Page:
Just over a year ago, a group of eventers launched a fundraising campaign to raise $500,000 for the construction of frangible fences on cross-country courses at the Preliminary level and above around the country. With the overwhelming support of the eventing community, the USEA Foundation, the USEF, and a matching donation from the Manton Foundation, the goal was reached in less than 12 months.
The USEA Foundation Frangible Technology Fund Committee was formed to develop guidelines and oversee the distributions of the funds. The Committee’s first initiative was to make available frangible technology for table fences on Preliminary courses and above. The program then expanded to include the Modified level as well as provide frangible hardware for other types of fences including oxers, gates and walls, and corner fences.
In a year with significant financial restrictions, these grants enabled USEA national events to continue to improve their cross-country courses. “As an organizer, having the Frangible Technology Fund has boosted our efforts to continue prioritizing safety in our sport with the cross-country fence construction. Having accessible funding keeps the momentum strong for organizers and course designers to keep improving obstacles,” said Gretchen Butts, owner, and Organizer of Waredaca Farm Horse Trials in Gaithersburg, Md. “As an official, I have seen what happens when things go wrong and a horse does break a clip, collapsing the fence but saving the serious injury that would likely have resulted otherwise. Having the frangible safety mechanisms in place clearly lessens the consequences and keeps both horses and riders safer, which is our goal”.
In total, the USEA Foundation has raised more than $770,000 in total funds for frangible research, with over $519,000 specifically allocated for the Frangible Technology Fund. Through the fund, a total of 375 grants have been awarded to 130 venues all over the United States. Each grant awarded consisted of $1,000 USD and a chosen frangible hardware kit, enabling each event to construct a new frangible fence for their course. USEA cross-country builders have been busy constructing brand new, beautiful, and safer fences that will debut on courses for 2021. Keep a lookout for 180 new frangible tables, 76 collapsible oxers, 57 new gate and wall jumps, and 61 frangible corner fences!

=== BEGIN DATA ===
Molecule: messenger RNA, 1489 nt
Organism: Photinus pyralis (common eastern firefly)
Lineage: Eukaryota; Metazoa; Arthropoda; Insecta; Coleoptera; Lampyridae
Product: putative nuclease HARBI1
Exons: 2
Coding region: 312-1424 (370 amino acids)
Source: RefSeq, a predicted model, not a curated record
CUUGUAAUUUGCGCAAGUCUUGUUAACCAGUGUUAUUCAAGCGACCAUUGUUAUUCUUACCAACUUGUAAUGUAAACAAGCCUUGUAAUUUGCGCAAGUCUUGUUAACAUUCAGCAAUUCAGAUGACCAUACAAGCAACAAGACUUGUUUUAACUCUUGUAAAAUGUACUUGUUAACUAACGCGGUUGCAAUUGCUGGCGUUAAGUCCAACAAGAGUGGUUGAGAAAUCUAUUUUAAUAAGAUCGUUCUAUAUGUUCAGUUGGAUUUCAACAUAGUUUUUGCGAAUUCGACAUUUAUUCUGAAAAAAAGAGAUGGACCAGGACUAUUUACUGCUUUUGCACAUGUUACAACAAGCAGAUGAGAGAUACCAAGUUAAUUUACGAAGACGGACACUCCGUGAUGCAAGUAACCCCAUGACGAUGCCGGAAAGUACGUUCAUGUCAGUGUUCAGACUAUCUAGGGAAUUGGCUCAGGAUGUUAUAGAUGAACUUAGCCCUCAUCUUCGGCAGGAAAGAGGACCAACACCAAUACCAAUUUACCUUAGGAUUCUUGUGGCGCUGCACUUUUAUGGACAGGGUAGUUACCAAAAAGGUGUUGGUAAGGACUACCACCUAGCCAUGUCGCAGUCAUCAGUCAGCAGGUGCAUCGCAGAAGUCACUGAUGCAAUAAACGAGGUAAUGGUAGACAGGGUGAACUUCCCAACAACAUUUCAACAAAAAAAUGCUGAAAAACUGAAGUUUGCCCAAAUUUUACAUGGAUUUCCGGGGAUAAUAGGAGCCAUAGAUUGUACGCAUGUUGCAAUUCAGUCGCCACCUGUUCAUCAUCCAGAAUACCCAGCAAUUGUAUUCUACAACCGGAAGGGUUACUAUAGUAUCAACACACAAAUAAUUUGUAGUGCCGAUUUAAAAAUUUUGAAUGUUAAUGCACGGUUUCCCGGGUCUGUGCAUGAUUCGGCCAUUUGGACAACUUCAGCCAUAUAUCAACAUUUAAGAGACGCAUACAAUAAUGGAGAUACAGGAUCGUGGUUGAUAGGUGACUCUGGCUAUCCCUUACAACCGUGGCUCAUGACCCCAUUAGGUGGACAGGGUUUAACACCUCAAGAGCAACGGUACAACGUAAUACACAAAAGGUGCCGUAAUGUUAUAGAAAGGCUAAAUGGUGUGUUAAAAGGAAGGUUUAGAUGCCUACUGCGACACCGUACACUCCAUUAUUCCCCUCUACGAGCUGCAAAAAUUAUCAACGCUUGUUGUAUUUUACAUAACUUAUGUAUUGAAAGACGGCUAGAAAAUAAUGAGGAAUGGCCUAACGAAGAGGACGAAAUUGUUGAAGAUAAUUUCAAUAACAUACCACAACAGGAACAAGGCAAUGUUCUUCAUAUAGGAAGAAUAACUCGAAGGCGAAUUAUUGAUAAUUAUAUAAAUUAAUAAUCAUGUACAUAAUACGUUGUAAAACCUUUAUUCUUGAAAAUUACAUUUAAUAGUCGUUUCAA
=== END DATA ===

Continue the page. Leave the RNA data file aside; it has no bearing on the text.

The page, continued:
Diane Pitts, Chair of the Board of Trustees of the USEA Foundation said, “The USEA Foundation is proud to have played a role in developing the Frangible Technology Fund and providing grants for the construction of frangible fences. The Foundation’s role is to support the initiatives and purposes of the USEA and one of the USEA’s key goals has always been increasing safety in our sport. The USEA and the USEA Foundation have worked continuously toward this goal, from developing and funding studies of frangible technology in 2008 and 2016 in conjunction with the University of Kentucky to joining in and administering the Frangible Technology Fund. The USEA and the USEA Foundation will continue to do whatever we can to make the sport of eventing as safe as possible. I would like to thank the staff of the USEA for their diligence in keeping track of the grant program and distributing the frangible technology. In particular, Hannah Seagle has gone way above the call of duty to make sure everything got to the right place in a timely manner.”